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How to Pass the Guard in Brazilian Jiu-jitsu

Updated on September 30, 2014

There are many variations of the guard position in BJJ, and the number is increasing as a result of the art’s culture of innovation. Sometimes though you have to take a step back and make sure that you don’t miss the forest for the trees.

That's why this article was written. The intent is to give you a basic conceptual overview of guard passing, and it is geared towards white belts. I hope it aids you in speeding up your trajectory towards mastery.

Example of a Tight Pass (Wilson)

Neutralize the Hips

At a fundamental level, you have to accomplish one of two things to pass the guard. You either have to quickly move past your opponent’s hips or you have to control their hips and smash through their guard.

These are the two categories that encompass all passes.You can use one or the other, but it is more effective to blend the two.

Loose Passing

These are passes that fall into that first category of quickly moving past the hips. They depend on speed and agility, and generally they are useful when your opponent is playing open guard and you are standing.

Tight Passing

There are three leverage points that can be focused on to establish some control over the hips. They are the ankles, the knees, and hip itself. Now the situation dictates which of those three areas should be focused on, but ultimately the goal is the same. Control must be established.

Fundamentally, tight passes work by pinning the hips to one side, and then either through the space or pressure passing to the side opposite the direction of the hips. The pass starts and finishes with control, and the hips are the focus.


Control the Head

Biomechanically, the body cannot rotate in the direction opposite the way that the head is facing. So another concept to think about is controlling the head since it can make passes more effective.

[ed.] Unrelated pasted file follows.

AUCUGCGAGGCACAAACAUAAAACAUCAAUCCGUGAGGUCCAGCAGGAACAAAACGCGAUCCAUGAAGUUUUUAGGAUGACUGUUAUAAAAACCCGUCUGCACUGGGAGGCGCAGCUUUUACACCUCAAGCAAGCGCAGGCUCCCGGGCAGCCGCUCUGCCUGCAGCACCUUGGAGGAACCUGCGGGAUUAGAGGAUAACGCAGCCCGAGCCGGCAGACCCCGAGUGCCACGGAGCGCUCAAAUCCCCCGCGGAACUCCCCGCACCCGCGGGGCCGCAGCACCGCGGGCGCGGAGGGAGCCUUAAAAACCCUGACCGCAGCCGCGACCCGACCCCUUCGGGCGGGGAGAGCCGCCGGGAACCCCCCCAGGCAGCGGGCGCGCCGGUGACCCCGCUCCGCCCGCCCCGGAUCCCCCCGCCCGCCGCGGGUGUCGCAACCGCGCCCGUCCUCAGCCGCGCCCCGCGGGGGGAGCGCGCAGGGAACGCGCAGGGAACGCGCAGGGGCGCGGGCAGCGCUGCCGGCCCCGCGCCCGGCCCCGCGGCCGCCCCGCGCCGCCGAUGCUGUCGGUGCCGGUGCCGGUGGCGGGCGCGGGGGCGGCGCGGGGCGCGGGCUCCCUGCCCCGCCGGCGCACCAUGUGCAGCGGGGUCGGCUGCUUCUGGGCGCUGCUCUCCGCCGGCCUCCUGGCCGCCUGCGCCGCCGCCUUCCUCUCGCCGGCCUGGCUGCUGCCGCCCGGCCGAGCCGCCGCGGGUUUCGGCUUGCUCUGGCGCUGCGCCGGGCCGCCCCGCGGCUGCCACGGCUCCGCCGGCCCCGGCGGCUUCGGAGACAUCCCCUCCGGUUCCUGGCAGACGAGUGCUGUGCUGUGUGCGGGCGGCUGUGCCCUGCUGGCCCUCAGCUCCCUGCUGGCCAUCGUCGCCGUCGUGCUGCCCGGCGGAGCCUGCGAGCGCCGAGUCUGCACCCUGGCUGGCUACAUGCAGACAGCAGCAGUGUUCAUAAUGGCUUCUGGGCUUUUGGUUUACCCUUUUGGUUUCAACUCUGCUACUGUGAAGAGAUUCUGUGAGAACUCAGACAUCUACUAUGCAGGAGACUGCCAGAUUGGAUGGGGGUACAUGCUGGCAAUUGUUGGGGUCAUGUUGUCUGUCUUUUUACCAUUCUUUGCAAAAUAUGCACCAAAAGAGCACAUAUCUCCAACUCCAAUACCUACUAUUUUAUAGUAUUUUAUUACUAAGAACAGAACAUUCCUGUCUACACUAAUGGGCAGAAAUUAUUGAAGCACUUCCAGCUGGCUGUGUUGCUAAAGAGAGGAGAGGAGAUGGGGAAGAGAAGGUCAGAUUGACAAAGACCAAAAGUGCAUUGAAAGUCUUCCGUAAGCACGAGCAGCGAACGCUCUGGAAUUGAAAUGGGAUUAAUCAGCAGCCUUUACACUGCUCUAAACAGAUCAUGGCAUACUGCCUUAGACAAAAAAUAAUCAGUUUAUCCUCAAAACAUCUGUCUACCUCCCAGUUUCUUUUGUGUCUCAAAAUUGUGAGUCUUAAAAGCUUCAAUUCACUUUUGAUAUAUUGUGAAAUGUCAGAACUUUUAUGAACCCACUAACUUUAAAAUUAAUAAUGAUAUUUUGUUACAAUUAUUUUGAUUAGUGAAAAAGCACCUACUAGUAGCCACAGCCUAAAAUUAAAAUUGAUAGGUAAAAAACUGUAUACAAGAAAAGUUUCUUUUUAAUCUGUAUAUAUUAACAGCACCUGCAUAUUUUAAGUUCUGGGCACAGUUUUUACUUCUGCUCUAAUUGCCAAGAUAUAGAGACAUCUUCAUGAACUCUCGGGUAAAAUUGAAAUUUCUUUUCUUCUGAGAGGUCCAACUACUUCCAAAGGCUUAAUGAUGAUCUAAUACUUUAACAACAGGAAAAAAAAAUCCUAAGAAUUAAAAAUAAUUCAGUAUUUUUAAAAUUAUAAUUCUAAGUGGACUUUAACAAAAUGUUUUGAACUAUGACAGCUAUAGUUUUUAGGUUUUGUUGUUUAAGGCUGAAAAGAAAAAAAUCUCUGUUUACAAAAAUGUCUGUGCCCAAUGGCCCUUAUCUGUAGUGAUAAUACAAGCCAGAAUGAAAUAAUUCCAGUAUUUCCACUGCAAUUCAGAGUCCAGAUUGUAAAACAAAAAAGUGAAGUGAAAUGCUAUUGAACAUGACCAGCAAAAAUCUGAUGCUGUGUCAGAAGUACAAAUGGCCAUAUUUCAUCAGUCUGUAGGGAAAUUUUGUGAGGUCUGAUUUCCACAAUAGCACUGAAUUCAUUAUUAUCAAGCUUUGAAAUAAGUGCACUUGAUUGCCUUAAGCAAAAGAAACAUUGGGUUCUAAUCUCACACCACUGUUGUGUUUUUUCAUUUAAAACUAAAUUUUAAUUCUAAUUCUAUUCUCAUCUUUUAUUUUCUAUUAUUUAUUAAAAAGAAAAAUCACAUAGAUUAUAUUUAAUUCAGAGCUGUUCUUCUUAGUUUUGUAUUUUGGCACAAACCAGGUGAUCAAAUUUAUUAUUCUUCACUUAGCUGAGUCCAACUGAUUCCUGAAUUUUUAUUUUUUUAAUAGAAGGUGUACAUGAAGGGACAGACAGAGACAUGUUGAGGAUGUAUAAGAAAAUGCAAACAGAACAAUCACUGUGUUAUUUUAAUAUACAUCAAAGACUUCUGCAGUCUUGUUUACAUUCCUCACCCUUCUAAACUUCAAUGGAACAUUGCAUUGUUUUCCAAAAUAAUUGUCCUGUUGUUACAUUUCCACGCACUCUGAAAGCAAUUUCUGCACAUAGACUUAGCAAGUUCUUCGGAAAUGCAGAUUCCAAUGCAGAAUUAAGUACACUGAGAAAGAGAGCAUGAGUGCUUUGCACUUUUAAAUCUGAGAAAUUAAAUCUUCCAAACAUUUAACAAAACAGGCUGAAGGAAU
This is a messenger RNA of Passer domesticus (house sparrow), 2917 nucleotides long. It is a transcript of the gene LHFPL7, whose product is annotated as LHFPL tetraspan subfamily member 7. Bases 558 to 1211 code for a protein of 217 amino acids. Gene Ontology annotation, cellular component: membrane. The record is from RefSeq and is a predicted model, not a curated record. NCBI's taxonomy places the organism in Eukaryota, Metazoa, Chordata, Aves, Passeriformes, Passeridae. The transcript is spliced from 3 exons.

An example of that are knee cuts from top half guard which is a tight pass. By using your shoulder to rotate the head away from the direction you want to pass, the pass becomes significantly more difficult to stop.

How to Think About Concepts

There are countless numbers of techniques when it comes to passing and learning them all is a life long journey. The thing is that there are common elements that bind the techniques together, and that is the concept for why they work. This is just a brief overview of some passing concepts, but when you understand the concept you can apply it across the spectrum and improve that much quicker.

Mastering the Guard Pass and Its Submissions (Master Sauer Book 1)
Mastering the Guard Pass and Its Submissions (Master Sauer Book 1)

I've had the pleasure of attending one of Pedro Sauer, and his knowledge is extraordinary. Take advantage of that knowledge by reading this book and improving your technique.



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    • KBEvolve profile imageAUTHOR

      Kenneth Brown 

      5 years ago from United States

      At some point, I'm probably going to go more in-depth about the fundamental concepts of passing. That's where I'm currently focused in my development.

    • NateB11 profile image

      Nathan Bernardo 

      5 years ago from California, United States of America

      Very instructive piece, very useful. I like how you mentioned controlling the head; if you control the head, you can control a lot of things the opponent does or doesn't do.

    • KBEvolve profile imageAUTHOR

      Kenneth Brown 

      6 years ago from United States

      Are you practicing a dead science? Hm. Yeah, I can't answer that question. I have no experience with Kenpo, but what matters is whether or not you enjoy learning that martial art.

      Its popularity is of no consequence.

    • lilyfly profile image

      Lillian K. Staats 

      6 years ago from Wasilla, Alaska

      O.K., JB, why do I not see Kenpo at all anymore? Am I practicing a dead science? Thanks, lily


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